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I'm not exactly sure what my problem is, so this question may require some more clarification, but here's what seems to be most relevant:

I have a has_many :through and the join model has some fields that aren't foreign keys. When I build the models up and try to save I get a validation error on the non-foreign key fields from the join model.

My files look like:

Person.rb

  has_many :wedding_assignments, :dependent => :destroy
  has_many :weddings, :through=>:wedding_assignments
  accepts_nested_attributes_for :weddings
  accepts_nested_attributes_for :wedding_assignments

Wedding.rb

  has_many :wedding_assignments, :dependent => :destroy
  has_many :people, :through=>:wedding_assignments
  accepts_nested_attributes_for :people
  accepts_nested_attributes_for :wedding_assignments

WeddingAssignment.rb

  belongs_to :person
  belongs_to :wedding
  validates_presence_of :role, :person, :wedding

(role is a string)

people_controller.rb

  def new
    @person = Person.new

    1.times do
      wedding = @person.weddings.build
      1.times do
        assignment = wedding.wedding_assignments.build
        assignment.person = @person
        assignment.wedding = wedding
      end
    end
  end

  def create
    @person = Person.new(params[:person])
    @person.weddings.each do |wedding|
      wedding.wedding_assignments.each do |assignment|
        assignment.person = @person  #i don't think I should need to set person and wedding manually, but I get a validation error if I don't
        assignment.wedding = wedding
      end
    end
 end

the params that come back look like:

{"first_name"=>"", "last_name"=>"", "weddings_attributes"=>{"0"=>{"wedding_assignments_attributes"=>{"0"=>{"role"=>"Bride's Maid", "budget"=>""}}, "date"=>"", "ceremony_notes"=>""}}}

And the exact error is:

ActiveRecord::RecordInvalid in PeopleController#create
Validation failed: Role can't be blank

Which is clearly not correct, since you can see it in params[]

What am I doing wrong?

This is rails 3.0.0

share|improve this question
2  
I am curious that what's the use of those 1.times? –  PeterWong Oct 14 '10 at 1:40
    
I do that to make it easy if I want to change it to 2.times or more later. –  SooDesuNe Oct 14 '10 at 1:49
    
You are right, doing that can even let the user to choose adding 10 weddings in one go. :D –  PeterWong Oct 14 '10 at 1:54
    
Your error say error on create_with_appointment method but it's not exist on your controller output. What is this method ? –  shingara Oct 14 '10 at 16:04
1  
Have you tried explicitly setting the value of the role attribute in your create method? You can even check to see if this will work by temporarily removing the validation condition on the role attribute. –  andrewle Oct 22 '10 at 0:14

2 Answers 2

Right, this is a bit of a guess, so apologies if I wind up wasting your time here...

It looks to me like in your create method, you're creating the 'wedding' relationship (which is only a 'pretend' relationship really, has it's using :through => :wedding_assignments), and then returning this. You're then asking rails to re-create these objects in your call to Person.new. My guess is that rails is getting confused by trying to create an object at the far side of a has_many :through without the intermediate object being present.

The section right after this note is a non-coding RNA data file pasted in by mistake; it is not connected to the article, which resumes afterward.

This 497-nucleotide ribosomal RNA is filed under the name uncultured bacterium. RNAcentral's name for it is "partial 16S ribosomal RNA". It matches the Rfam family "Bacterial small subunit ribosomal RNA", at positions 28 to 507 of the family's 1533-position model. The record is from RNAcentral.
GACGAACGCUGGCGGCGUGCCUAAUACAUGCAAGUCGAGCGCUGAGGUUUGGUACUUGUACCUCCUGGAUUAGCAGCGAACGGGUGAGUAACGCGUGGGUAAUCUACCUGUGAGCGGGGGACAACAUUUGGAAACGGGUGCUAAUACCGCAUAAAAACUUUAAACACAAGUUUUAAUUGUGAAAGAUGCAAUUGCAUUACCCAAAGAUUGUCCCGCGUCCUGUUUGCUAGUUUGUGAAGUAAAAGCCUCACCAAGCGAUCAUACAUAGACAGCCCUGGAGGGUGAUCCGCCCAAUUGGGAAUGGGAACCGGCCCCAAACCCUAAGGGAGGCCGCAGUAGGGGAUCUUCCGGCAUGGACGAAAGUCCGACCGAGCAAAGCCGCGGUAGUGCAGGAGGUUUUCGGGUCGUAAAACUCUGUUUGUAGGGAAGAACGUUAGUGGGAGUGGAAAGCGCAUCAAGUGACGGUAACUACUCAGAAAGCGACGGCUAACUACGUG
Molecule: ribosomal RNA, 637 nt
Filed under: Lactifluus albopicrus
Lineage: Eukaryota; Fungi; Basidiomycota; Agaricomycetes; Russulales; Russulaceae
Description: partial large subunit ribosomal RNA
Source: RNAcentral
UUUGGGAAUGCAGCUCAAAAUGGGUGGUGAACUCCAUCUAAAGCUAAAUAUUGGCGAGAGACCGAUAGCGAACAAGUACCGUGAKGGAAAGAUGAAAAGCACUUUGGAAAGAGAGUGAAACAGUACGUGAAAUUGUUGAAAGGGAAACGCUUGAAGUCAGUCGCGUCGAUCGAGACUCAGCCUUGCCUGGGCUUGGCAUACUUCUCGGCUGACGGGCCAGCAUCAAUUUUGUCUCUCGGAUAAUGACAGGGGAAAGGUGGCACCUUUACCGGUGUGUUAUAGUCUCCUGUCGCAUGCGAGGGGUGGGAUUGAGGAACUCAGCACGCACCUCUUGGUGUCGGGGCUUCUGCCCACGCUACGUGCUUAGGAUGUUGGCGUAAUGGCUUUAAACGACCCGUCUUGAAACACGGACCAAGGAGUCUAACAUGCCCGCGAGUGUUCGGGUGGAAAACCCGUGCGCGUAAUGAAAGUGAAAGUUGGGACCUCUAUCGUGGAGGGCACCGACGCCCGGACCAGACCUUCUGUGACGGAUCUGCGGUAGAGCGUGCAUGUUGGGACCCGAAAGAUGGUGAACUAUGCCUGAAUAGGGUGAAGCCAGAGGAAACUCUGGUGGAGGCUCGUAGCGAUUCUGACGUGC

I would be tempted to restructure this a little (untested code!):

def new
  @person = Person.new
  @wedding = Wedding.new
  @wedding_assignment = WeddingAssignment.new
end

def create
  @person = Person.new(params[:person])
  @wedding = Wedding.new(params[:person])
  @assignment = WeddingAssignment.new(params[:wedding_assignment].merge({:person => @person}))
end

I've got a feeling this'll work until the last line. I suspect to get that to work you might need to use transactions:

def create
  @person = Person.new(params[:person])
  @wedding = Wedding.new(params[:person])
  ActiveRecord::Base.transaction do
    if @person.valid? && @wedding.valid?
      [@person,@wedding].each.save!
      @assignment = WeddingAssignment.new(params[:wedding_assignment].merge({:person => @person}))
      @assignment.save!
    end
  end
end

This ought to ensure that everything is created in the right order and IDs are available at the right times etc. Unfortunately though, it's a bit more complicated than your example, and does mean that you'll struggle to support multiple weddings.

Hope this helps, and doesn't wind up being a blind alley.

share|improve this answer
    
By far the best answer yet. Doing it this way means I wont be able to generate the form fields cleanly (i.e. as in: railscasts.com/episodes/196-nested-model-form-part-1). Rails should be able to manage these associations. Over the weekend I re-wrote the code to build and run starting with the join model, WeddingAssignment, instead of Person, and it works fine. So I think you are on the right track about rails 'getting confused' –  SooDesuNe Oct 18 '10 at 23:35
    
I have a similar issue I'm trying to solve by this question, but I'm getting a mass-assigment security error on person. Any ideas? –  ctilley79 Jun 26 '12 at 5:45

Try changing "Person.new" to "Person.create", maybe creating the record in the db right away will help with the associations.

share|improve this answer
    
I definitely don't want them in the database right away. What happens if the user changes their mind and navigates away from the page? Won't I have an empty record if i use 'create'? –  SooDesuNe Oct 18 '10 at 23:29

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